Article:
Scleritis and Episcleritis

ExitCare ImageThe outer part of the eyeball is covered with a tough fibrous covering called the sclera. It is the white part of the eye. This tough covering also has a thin membrane lying on top of it called the episclera.

  • When the sclera becomes red and sore (inflamed), it is called scleritis.

  • When the episclera becomes inflamed, it is called episcleritis.


  • Scleritis is usually more severe and is associated with autoimmune diseases such as:

  • Rheumatoid arthritis.

  • Inflammations of the bowel such as Crohn's Disease (regional enteritis).

  • Ulcerative colitis.

  • Episcleritis usually has no known cause.


Both scleritis and episcleritis cause red patches or a nodule on the eye.


This condition should be examined by an ophthalmologist. This is because very strong medications that have side effects to the body and eye may be required to treat severe attacks. Further investigations into the patient's general health may be necessary.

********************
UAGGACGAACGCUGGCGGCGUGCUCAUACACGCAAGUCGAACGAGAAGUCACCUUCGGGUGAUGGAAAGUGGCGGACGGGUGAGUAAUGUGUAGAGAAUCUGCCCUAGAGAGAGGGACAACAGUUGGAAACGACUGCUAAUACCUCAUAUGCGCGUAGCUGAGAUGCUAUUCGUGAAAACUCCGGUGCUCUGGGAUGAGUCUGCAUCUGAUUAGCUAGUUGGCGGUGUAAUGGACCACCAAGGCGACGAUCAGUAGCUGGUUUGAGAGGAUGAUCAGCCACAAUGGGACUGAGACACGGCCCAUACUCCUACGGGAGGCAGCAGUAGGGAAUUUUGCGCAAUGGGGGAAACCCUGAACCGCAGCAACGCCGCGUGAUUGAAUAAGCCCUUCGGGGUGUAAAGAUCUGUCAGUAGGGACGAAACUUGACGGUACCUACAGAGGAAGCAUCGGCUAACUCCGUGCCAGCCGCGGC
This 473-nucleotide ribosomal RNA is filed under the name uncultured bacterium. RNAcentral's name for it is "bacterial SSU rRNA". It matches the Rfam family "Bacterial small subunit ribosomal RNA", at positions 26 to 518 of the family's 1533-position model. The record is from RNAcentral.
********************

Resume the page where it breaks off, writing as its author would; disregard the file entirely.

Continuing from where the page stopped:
• Episcleritis tends to get better without treatment within a week or two.

  • Scleritis is more severe. Often, your caregiver will prescribe steroids by mouth (orally) or as drops in the eye. This treatment helps lessen the redness and soreness (inflammation).


  • Take all medications as directed.

  • Keep your follow-up appointments as directed.

  • Avoid irritation of the involved eye(s).

  • Stop using hard or soft contact lenses until your caregiver tells you that it is safe to use them.


  • Redness or irritation gets worse.

  • You develop pain or sensitivity to light.

  • You develop any change in vision in the involved eye(s).